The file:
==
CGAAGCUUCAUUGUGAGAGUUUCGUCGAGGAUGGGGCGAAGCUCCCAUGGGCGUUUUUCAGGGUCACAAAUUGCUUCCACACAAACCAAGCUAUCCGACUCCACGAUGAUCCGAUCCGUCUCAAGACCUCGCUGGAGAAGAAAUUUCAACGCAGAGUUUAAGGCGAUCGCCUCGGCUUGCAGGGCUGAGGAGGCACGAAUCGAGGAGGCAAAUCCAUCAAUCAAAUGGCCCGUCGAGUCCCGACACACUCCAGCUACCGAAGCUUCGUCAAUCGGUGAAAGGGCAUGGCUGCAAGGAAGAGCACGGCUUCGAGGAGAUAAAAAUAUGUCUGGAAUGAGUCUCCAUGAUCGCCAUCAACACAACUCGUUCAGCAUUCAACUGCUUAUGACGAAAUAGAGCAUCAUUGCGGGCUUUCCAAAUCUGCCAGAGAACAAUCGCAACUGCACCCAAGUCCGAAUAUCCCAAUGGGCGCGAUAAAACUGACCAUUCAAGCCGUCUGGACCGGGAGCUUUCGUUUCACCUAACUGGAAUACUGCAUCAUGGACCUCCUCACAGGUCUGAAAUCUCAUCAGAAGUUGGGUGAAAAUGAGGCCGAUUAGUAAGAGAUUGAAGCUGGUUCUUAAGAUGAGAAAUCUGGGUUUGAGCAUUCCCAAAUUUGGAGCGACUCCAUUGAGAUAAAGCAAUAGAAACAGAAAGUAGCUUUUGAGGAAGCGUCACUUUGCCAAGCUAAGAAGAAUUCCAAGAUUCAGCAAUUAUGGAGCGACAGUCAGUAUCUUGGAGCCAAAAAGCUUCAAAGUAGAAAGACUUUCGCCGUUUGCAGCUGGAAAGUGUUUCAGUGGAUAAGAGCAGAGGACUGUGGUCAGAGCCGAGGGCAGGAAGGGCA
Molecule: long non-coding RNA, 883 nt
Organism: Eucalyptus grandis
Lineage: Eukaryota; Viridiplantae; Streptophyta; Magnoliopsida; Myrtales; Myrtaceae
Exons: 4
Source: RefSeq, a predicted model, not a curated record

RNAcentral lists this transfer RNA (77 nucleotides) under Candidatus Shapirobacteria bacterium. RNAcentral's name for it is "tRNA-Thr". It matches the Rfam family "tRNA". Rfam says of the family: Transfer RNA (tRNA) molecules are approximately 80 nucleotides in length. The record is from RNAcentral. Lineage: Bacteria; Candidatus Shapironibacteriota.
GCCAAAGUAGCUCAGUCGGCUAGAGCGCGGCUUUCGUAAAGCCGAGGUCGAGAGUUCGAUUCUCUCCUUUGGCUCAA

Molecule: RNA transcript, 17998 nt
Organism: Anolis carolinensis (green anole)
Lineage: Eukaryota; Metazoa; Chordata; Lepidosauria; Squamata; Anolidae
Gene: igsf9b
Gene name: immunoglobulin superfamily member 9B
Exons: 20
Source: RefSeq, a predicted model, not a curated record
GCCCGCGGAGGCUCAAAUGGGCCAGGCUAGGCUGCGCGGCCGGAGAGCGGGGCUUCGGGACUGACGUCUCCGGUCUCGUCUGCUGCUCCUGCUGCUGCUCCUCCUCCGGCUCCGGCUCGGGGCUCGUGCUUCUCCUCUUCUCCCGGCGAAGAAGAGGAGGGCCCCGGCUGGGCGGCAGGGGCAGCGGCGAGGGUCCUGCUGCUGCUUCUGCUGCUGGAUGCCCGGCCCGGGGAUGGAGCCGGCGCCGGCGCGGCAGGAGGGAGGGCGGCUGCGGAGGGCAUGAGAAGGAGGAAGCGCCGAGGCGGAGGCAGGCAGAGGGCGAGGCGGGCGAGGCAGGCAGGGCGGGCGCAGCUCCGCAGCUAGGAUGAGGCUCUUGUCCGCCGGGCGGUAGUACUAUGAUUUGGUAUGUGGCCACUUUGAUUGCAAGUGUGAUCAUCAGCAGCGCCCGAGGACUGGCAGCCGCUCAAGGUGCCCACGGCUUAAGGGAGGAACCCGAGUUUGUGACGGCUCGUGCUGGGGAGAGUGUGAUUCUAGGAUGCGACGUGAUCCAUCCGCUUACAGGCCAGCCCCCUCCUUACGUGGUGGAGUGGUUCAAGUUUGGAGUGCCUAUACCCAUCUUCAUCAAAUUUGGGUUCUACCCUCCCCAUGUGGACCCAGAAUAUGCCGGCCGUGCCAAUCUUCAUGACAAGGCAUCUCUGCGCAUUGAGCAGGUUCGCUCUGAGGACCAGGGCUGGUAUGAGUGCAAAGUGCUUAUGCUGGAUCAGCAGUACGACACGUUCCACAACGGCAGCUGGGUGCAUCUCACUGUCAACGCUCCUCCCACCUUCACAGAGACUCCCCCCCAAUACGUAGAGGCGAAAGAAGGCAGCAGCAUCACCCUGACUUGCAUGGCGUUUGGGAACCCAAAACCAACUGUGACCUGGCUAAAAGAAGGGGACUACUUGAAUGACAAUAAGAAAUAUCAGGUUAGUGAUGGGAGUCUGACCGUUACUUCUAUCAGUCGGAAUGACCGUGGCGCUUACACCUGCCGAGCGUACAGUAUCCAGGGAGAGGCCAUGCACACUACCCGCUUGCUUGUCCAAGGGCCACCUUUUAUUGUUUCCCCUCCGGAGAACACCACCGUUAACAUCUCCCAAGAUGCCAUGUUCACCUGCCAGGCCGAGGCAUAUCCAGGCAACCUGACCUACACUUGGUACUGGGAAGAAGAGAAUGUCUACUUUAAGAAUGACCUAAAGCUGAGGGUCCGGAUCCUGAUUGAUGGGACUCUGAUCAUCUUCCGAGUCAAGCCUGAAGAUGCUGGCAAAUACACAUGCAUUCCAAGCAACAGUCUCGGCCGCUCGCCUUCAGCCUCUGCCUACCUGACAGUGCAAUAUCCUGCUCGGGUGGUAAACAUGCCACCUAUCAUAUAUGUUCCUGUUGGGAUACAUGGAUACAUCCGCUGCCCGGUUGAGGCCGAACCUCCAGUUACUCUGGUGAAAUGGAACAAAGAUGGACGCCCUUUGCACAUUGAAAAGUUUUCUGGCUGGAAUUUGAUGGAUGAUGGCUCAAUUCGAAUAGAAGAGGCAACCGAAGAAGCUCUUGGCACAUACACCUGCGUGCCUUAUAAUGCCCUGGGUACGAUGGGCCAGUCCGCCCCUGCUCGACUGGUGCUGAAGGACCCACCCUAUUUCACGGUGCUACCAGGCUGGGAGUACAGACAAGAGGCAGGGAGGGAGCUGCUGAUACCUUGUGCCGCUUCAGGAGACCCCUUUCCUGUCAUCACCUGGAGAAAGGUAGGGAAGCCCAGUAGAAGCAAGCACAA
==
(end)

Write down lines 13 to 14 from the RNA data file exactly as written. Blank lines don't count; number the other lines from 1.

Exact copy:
Gene name: immunoglobulin superfamily member 9B
Exons: 20